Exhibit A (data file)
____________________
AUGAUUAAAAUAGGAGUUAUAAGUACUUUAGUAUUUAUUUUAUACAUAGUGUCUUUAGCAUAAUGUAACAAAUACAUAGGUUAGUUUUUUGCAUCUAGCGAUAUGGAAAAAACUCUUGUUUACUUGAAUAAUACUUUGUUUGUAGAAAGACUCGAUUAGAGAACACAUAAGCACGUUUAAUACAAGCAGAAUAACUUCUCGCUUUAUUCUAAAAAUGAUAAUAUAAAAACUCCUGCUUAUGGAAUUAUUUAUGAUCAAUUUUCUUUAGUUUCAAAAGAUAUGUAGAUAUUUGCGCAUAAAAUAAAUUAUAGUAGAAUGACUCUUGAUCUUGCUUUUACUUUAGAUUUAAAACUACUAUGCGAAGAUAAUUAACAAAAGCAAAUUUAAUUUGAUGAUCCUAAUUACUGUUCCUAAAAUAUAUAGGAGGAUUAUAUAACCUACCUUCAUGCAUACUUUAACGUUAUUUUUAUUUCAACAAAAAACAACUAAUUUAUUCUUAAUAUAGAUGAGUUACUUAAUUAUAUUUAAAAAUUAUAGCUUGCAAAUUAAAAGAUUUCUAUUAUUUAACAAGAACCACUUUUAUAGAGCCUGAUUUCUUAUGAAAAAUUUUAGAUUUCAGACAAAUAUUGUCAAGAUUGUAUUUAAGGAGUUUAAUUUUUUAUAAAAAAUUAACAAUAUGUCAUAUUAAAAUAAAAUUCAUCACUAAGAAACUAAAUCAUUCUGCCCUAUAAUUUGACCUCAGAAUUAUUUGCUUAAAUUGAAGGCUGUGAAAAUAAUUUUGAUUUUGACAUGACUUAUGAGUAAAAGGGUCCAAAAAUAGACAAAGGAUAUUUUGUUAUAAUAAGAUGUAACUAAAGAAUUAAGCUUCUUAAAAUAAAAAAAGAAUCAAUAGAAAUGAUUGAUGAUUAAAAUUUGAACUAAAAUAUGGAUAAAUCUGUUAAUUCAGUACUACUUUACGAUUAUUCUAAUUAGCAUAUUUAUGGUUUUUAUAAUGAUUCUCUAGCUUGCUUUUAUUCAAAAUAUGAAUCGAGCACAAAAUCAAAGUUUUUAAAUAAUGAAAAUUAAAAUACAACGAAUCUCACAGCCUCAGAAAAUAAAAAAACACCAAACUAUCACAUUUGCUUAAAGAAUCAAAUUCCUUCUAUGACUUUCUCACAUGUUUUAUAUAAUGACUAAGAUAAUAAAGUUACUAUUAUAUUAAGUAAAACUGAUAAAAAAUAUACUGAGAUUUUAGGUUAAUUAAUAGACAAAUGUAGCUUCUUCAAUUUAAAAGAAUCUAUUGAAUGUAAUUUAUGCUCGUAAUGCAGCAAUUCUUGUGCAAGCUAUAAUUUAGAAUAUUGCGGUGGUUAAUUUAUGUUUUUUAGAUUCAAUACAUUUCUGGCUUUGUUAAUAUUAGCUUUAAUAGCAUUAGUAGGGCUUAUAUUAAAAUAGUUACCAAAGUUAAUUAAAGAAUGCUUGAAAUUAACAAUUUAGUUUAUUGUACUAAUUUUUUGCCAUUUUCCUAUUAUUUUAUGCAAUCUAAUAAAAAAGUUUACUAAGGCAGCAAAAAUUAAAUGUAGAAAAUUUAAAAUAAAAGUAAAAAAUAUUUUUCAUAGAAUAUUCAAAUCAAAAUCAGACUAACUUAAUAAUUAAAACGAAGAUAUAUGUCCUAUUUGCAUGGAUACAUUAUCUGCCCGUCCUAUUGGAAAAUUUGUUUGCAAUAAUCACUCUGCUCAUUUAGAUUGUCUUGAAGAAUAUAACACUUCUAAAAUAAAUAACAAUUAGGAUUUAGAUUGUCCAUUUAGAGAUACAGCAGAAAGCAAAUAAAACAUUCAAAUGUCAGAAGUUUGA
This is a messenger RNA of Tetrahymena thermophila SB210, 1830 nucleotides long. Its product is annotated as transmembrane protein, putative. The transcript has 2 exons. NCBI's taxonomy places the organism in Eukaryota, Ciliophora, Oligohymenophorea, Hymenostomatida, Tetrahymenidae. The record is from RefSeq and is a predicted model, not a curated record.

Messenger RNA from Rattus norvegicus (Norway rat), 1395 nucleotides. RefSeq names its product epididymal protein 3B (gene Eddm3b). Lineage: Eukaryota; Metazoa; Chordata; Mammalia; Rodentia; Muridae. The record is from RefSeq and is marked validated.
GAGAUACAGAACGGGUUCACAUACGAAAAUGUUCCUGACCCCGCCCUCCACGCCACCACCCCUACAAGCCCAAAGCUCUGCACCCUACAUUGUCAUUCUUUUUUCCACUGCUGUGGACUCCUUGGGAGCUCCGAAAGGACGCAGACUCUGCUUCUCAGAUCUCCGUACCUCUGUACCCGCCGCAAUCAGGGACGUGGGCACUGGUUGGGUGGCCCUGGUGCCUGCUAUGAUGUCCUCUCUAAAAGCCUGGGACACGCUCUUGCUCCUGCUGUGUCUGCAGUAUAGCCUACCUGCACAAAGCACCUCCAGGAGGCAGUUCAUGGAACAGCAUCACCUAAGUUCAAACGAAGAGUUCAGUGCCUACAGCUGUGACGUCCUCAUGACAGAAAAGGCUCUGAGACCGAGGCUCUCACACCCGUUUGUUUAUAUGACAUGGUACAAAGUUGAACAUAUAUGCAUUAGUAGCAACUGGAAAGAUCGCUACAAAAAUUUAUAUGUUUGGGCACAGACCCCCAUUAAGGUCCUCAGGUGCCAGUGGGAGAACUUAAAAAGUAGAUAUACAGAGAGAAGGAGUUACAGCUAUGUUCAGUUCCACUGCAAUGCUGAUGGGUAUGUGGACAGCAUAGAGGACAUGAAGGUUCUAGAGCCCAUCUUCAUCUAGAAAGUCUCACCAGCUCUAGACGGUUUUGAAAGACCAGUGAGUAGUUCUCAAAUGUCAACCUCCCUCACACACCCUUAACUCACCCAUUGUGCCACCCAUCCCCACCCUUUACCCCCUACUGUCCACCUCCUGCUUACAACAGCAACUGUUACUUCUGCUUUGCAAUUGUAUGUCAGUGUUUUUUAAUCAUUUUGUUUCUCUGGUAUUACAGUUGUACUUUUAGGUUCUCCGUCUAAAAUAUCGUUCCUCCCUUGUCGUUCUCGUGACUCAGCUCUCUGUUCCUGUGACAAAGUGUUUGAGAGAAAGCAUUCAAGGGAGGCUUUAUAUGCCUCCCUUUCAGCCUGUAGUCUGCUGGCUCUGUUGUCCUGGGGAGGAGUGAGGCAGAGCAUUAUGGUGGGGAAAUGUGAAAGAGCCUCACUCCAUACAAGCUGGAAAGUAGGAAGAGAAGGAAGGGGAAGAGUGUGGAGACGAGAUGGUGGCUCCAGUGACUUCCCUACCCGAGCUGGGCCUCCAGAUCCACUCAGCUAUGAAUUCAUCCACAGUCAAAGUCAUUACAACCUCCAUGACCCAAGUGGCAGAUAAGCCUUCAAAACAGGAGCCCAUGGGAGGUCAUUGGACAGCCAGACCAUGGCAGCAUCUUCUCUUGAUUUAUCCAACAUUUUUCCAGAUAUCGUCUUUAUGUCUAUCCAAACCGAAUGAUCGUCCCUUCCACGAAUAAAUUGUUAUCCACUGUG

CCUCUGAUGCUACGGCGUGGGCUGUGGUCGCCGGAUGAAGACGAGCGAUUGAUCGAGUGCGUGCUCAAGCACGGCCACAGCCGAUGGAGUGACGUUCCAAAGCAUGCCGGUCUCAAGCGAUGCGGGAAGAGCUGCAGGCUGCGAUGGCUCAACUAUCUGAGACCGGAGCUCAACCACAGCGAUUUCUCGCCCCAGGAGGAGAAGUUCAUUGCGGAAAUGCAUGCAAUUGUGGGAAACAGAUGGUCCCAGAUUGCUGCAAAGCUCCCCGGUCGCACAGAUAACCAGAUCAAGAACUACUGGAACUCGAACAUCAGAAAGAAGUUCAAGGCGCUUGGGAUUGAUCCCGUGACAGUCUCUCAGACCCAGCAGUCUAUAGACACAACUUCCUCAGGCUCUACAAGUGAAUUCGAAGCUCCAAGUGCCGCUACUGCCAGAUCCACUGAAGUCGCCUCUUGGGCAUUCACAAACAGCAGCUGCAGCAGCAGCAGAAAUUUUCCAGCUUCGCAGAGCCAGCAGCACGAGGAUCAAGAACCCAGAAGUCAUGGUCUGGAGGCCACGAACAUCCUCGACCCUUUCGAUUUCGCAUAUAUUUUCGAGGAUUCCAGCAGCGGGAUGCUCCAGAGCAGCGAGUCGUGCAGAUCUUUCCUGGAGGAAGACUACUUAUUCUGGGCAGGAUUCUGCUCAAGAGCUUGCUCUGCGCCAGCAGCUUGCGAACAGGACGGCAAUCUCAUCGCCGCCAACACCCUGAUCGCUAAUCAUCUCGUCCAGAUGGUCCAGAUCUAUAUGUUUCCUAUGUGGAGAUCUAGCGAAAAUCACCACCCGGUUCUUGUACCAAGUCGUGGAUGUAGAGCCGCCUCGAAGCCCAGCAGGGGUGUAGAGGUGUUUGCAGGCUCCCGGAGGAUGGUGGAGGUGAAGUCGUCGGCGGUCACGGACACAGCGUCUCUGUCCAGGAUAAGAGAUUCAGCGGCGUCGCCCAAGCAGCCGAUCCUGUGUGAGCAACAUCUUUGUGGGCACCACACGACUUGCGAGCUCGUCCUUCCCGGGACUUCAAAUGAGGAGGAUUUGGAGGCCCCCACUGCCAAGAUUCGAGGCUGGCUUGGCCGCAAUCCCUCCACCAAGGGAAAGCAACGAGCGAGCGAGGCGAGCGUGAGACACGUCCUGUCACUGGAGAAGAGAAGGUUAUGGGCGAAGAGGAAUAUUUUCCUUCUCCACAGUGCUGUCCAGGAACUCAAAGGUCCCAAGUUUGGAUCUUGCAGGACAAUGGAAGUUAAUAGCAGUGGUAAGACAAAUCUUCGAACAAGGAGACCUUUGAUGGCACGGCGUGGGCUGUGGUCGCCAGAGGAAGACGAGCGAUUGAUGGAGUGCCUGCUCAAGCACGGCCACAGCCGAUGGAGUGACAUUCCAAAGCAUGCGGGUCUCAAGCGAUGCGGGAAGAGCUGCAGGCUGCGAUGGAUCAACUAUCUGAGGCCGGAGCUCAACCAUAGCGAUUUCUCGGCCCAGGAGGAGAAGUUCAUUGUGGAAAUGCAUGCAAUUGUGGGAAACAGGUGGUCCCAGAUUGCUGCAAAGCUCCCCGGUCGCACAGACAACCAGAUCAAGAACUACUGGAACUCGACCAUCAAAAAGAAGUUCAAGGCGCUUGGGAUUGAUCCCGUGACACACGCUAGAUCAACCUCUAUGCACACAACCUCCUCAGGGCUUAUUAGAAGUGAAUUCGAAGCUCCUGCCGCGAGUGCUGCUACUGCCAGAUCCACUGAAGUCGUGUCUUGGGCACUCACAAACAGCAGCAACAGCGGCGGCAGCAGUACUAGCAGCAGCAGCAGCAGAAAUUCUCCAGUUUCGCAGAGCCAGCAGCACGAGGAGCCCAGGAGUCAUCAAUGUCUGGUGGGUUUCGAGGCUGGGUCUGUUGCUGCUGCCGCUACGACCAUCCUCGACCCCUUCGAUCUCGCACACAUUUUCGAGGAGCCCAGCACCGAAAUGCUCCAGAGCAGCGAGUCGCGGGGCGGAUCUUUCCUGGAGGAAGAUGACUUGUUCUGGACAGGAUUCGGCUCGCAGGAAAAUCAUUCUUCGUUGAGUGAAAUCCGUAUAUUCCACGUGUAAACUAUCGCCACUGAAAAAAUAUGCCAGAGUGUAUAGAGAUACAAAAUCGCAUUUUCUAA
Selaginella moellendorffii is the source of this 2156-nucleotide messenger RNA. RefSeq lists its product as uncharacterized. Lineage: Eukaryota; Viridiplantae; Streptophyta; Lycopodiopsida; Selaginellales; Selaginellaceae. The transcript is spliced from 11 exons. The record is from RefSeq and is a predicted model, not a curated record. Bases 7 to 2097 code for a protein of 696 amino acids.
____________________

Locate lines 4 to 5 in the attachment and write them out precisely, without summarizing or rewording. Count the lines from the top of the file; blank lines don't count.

GAGAUACAGAACGGGUUCACAUACGAAAAUGUUCCUGACCCCGCCCUCCACGCCACCACCCCUACAAGCCCAAAGCUCUGCACCCUACAUUGUCAUUCUUUUUUCCACUGCUGUGGACUCCUUGGGAGCUCCGAAAGGACGCAGACUCUGCUUCUCAGAUCUCCGUACCUCUGUACCCGCCGCAAUCAGGGACGUGGGCACUGGUUGGGUGGCCCUGGUGCCUGCUAUGAUGUCCUCUCUAAAAGCCUGGGACACGCUCUUGCUCCUGCUGUGUCUGCAGUAUAGCCUACCUGCACAAAGCACCUCCAGGAGGCAGUUCAUGGAACAGCAUCACCUAAGUUCAAACGAAGAGUUCAGUGCCUACAGCUGUGACGUCCUCAUGACAGAAAAGGCUCUGAGACCGAGGCUCUCACACCCGUUUGUUUAUAUGACAUGGUACAAAGUUGAACAUAUAUGCAUUAGUAGCAACUGGAAAGAUCGCUACAAAAAUUUAUAUGUUUGGGCACAGACCCCCAUUAAGGUCCUCAGGUGCCAGUGGGAGAACUUAAAAAGUAGAUAUACAGAGAGAAGGAGUUACAGCUAUGUUCAGUUCCACUGCAAUGCUGAUGGGUAUGUGGACAGCAUAGAGGACAUGAAGGUUCUAGAGCCCAUCUUCAUCUAGAAAGUCUCACCAGCUCUAGACGGUUUUGAAAGACCAGUGAGUAGUUCUCAAAUGUCAACCUCCCUCACACACCCUUAACUCACCCAUUGUGCCACCCAUCCCCACCCUUUACCCCCUACUGUCCACCUCCUGCUUACAACAGCAACUGUUACUUCUGCUUUGCAAUUGUAUGUCAGUGUUUUUUAAUCAUUUUGUUUCUCUGGUAUUACAGUUGUACUUUUAGGUUCUCCGUCUAAAAUAUCGUUCCUCCCUUGUCGUUCUCGUGACUCAGCUCUCUGUUCCUGUGACAAAGUGUUUGAGAGAAAGCAUUCAAGGGAGGCUUUAUAUGCCUCCCUUUCAGCCUGUAGUCUGCUGGCUCUGUUGUCCUGGGGAGGAGUGAGGCAGAGCAUUAUGGUGGGGAAAUGUGAAAGAGCCUCACUCCAUACAAGCUGGAAAGUAGGAAGAGAAGGAAGGGGAAGAGUGUGGAGACGAGAUGGUGGCUCCAGUGACUUCCCUACCCGAGCUGGGCCUCCAGAUCCACUCAGCUAUGAAUUCAUCCACAGUCAAAGUCAUUACAACCUCCAUGACCCAAGUGGCAGAUAAGCCUUCAAAACAGGAGCCCAUGGGAGGUCAUUGGACAGCCAGACCAUGGCAGCAUCUUCUCUUGAUUUAUCCAACAUUUUUCCAGAUAUCGUCUUUAUGUCUAUCCAAACCGAAUGAUCGUCCCUUCCACGAAUAAAUUGUUAUCCACUGUG

CCUCUGAUGCUACGGCGUGGGCUGUGGUCGCCGGAUGAAGACGAGCGAUUGAUCGAGUGCGUGCUCAAGCACGGCCACAGCCGAUGGAGUGACGUUCCAAAGCAUGCCGGUCUCAAGCGAUGCGGGAAGAGCUGCAGGCUGCGAUGGCUCAACUAUCUGAGACCGGAGCUCAACCACAGCGAUUUCUCGCCCCAGGAGGAGAAGUUCAUUGCGGAAAUGCAUGCAAUUGUGGGAAACAGAUGGUCCCAGAUUGCUGCAAAGCUCCCCGGUCGCACAGAUAACCAGAUCAAGAACUACUGGAACUCGAACAUCAGAAAGAAGUUCAAGGCGCUUGGGAUUGAUCCCGUGACAGUCUCUCAGACCCAGCAGUCUAUAGACACAACUUCCUCAGGCUCUACAAGUGAAUUCGAAGCUCCAAGUGCCGCUACUGCCAGAUCCACUGAAGUCGCCUCUUGGGCAUUCACAAACAGCAGCUGCAGCAGCAGCAGAAAUUUUCCAGCUUCGCAGAGCCAGCAGCACGAGGAUCAAGAACCCAGAAGUCAUGGUCUGGAGGCCACGAACAUCCUCGACCCUUUCGAUUUCGCAUAUAUUUUCGAGGAUUCCAGCAGCGGGAUGCUCCAGAGCAGCGAGUCGUGCAGAUCUUUCCUGGAGGAAGACUACUUAUUCUGGGCAGGAUUCUGCUCAAGAGCUUGCUCUGCGCCAGCAGCUUGCGAACAGGACGGCAAUCUCAUCGCCGCCAACACCCUGAUCGCUAAUCAUCUCGUCCAGAUGGUCCAGAUCUAUAUGUUUCCUAUGUGGAGAUCUAGCGAAAAUCACCACCCGGUUCUUGUACCAAGUCGUGGAUGUAGAGCCGCCUCGAAGCCCAGCAGGGGUGUAGAGGUGUUUGCAGGCUCCCGGAGGAUGGUGGAGGUGAAGUCGUCGGCGGUCACGGACACAGCGUCUCUGUCCAGGAUAAGAGAUUCAGCGGCGUCGCCCAAGCAGCCGAUCCUGUGUGAGCAACAUCUUUGUGGGCACCACACGACUUGCGAGCUCGUCCUUCCCGGGACUUCAAAUGAGGAGGAUUUGGAGGCCCCCACUGCCAAGAUUCGAGGCUGGCUUGGCCGCAAUCCCUCCACCAAGGGAAAGCAACGAGCGAGCGAGGCGAGCGUGAGACACGUCCUGUCACUGGAGAAGAGAAGGUUAUGGGCGAAGAGGAAUAUUUUCCUUCUCCACAGUGCUGUCCAGGAACUCAAAGGUCCCAAGUUUGGAUCUUGCAGGACAAUGGAAGUUAAUAGCAGUGGUAAGACAAAUCUUCGAACAAGGAGACCUUUGAUGGCACGGCGUGGGCUGUGGUCGCCAGAGGAAGACGAGCGAUUGAUGGAGUGCCUGCUCAAGCACGGCCACAGCCGAUGGAGUGACAUUCCAAAGCAUGCGGGUCUCAAGCGAUGCGGGAAGAGCUGCAGGCUGCGAUGGAUCAACUAUCUGAGGCCGGAGCUCAACCAUAGCGAUUUCUCGGCCCAGGAGGAGAAGUUCAUUGUGGAAAUGCAUGCAAUUGUGGGAAACAGGUGGUCCCAGAUUGCUGCAAAGCUCCCCGGUCGCACAGACAACCAGAUCAAGAACUACUGGAACUCGACCAUCAAAAAGAAGUUCAAGGCGCUUGGGAUUGAUCCCGUGACACACGCUAGAUCAACCUCUAUGCACACAACCUCCUCAGGGCUUAUUAGAAGUGAAUUCGAAGCUCCUGCCGCGAGUGCUGCUACUGCCAGAUCCACUGAAGUCGUGUCUUGGGCACUCACAAACAGCAGCAACAGCGGCGGCAGCAGUACUAGCAGCAGCAGCAGCAGAAAUUCUCCAGUUUCGCAGAGCCAGCAGCACGAGGAGCCCAGGAGUCAUCAAUGUCUGGUGGGUUUCGAGGCUGGGUCUGUUGCUGCUGCCGCUACGACCAUCCUCGACCCCUUCGAUCUCGCACACAUUUUCGAGGAGCCCAGCACCGAAAUGCUCCAGAGCAGCGAGUCGCGGGGCGGAUCUUUCCUGGAGGAAGAUGACUUGUUCUGGACAGGAUUCGGCUCGCAGGAAAAUCAUUCUUCGUUGAGUGAAAUCCGUAUAUUCCACGUGUAAACUAUCGCCACUGAAAAAAUAUGCCAGAGUGUAUAGAGAUACAAAAUCGCAUUUUCUAA